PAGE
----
One of the main themes in this book is the shifting role of labor in musical practices, especially as it manifests in mechanical musical labor. In the early 20th century, American factories restructured their labor practices and forever changed the definition of “productivity.” Frederick Winslow Taylor championed a system of labor that emphasized efficiency in obtaining the end result. Scientific management analyzes larger tasks into component tasks until they are simple enough to require only relatively unskilled laborers. Laborers then carry out the same task each day in a desubjectivized mechanization of what may have formerly required one highly skilled laborer. This is the process of deskilling. Taylor’s system (and slightly later the Model T assembly lines of Henry Ford) stems from the American managerial revolution, a revolution at the tail end of the 19th century, led by engineers, that saw success in improving productivity, efficiency, planning, and systems in the workplace.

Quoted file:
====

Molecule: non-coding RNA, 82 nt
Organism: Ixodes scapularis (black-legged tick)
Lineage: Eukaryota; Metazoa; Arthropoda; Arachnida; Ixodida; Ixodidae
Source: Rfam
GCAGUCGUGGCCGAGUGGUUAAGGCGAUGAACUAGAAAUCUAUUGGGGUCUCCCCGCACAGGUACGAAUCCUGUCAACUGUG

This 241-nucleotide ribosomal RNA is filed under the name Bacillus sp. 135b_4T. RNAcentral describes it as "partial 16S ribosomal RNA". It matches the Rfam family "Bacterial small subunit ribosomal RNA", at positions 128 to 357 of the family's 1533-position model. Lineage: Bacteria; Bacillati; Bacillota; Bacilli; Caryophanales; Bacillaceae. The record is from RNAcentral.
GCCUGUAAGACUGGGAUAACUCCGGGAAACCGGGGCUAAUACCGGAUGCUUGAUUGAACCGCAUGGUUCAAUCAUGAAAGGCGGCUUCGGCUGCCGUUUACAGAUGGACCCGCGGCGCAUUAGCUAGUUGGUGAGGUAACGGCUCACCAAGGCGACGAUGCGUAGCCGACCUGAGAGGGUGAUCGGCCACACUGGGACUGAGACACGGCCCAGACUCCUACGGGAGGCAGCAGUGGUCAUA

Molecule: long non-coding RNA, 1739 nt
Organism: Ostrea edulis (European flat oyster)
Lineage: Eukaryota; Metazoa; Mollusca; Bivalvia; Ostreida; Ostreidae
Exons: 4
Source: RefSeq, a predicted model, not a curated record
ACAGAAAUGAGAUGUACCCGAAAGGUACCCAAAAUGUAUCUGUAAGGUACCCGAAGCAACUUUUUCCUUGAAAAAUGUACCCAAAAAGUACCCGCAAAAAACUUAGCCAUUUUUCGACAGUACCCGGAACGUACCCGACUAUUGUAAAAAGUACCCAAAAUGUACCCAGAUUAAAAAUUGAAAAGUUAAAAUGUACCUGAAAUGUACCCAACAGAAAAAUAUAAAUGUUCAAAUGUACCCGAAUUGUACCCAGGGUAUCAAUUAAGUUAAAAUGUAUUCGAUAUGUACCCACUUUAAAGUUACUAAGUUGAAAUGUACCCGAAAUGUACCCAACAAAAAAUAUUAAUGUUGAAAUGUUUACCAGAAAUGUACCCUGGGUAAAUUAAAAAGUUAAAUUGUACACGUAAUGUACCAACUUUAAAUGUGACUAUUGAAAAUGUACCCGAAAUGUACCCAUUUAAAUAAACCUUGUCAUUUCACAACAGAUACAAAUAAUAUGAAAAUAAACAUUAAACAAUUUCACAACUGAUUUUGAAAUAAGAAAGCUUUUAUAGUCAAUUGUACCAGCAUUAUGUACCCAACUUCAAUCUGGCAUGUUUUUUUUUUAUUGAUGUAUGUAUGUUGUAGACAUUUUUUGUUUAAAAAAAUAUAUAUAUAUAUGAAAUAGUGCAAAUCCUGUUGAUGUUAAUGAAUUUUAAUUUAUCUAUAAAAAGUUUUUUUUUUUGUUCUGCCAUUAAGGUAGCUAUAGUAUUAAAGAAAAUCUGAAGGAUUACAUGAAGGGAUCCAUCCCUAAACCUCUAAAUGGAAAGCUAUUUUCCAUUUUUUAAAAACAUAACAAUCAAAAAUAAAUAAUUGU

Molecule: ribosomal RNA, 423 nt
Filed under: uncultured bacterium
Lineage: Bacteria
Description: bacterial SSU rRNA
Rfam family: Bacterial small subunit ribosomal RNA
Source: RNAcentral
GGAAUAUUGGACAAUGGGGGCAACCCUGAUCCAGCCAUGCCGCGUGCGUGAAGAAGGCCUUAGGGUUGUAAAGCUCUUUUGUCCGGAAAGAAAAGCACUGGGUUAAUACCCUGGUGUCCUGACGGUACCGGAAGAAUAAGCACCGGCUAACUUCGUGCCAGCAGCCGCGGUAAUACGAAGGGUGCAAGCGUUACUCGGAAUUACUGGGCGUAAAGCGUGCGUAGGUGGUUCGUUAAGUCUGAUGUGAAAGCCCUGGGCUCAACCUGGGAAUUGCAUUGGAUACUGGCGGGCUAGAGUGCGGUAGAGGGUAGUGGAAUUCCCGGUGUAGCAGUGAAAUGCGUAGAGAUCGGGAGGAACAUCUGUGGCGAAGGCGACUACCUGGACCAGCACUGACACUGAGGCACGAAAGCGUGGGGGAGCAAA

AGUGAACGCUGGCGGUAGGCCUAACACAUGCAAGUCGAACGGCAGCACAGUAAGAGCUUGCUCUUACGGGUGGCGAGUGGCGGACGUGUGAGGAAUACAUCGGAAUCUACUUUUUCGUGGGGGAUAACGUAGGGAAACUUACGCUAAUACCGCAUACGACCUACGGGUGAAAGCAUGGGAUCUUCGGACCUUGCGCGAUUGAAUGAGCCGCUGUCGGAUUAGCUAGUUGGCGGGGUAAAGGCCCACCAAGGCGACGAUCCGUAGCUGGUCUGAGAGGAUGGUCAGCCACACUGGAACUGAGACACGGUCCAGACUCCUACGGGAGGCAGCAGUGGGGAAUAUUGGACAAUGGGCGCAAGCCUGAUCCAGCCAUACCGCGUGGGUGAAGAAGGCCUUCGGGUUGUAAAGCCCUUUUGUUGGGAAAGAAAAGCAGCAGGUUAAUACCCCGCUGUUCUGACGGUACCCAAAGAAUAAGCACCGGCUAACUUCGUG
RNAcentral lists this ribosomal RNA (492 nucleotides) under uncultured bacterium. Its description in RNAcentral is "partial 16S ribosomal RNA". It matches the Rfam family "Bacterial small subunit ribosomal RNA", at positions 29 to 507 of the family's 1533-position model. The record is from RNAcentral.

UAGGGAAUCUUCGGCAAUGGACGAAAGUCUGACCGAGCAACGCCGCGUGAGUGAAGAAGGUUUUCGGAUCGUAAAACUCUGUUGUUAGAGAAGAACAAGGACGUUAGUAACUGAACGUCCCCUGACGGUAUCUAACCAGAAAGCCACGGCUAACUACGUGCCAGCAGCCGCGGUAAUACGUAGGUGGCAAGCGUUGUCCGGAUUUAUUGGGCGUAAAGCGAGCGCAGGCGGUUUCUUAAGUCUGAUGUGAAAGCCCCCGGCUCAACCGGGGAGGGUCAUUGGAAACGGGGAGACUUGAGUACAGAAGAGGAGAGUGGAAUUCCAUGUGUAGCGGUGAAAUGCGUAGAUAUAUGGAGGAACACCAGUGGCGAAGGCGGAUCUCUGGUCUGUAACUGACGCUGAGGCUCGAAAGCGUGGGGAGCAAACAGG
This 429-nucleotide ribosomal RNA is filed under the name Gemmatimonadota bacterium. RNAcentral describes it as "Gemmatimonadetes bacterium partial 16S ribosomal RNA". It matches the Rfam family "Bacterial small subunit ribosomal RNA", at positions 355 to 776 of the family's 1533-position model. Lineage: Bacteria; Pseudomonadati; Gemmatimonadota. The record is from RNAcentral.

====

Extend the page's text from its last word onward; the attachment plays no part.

This book is an extension of my dissertation project, and as such has been in the works for the last nine years, give or take. I have accumulated a lot of people to thank over those nine years.
Many thanks to Heidi Bishop, Kaushikee Sharma, and everyone at Routledge for the interest in my project, fielding my questions, and helping me realize this dream. I would also like to thank Roger Moseley for his helpful feedback and editing on the advertisement chapter of this book.
I cannot begin to express my thanks to all of my wonderful teachers. Before I started on this project, Lee Blasius, Ted Conner, Diane Follet, and Brian Hyer nurtured my thinking, my writing, and my musical and scholarly ambitions. Byron Almén, Charles Carson, Eric Drott, Karl Miller, and the late Edward Pearsall were excellent academic role models and provided invaluable guidance and advice throughout my graduate coursework and as I wrote my dissertation.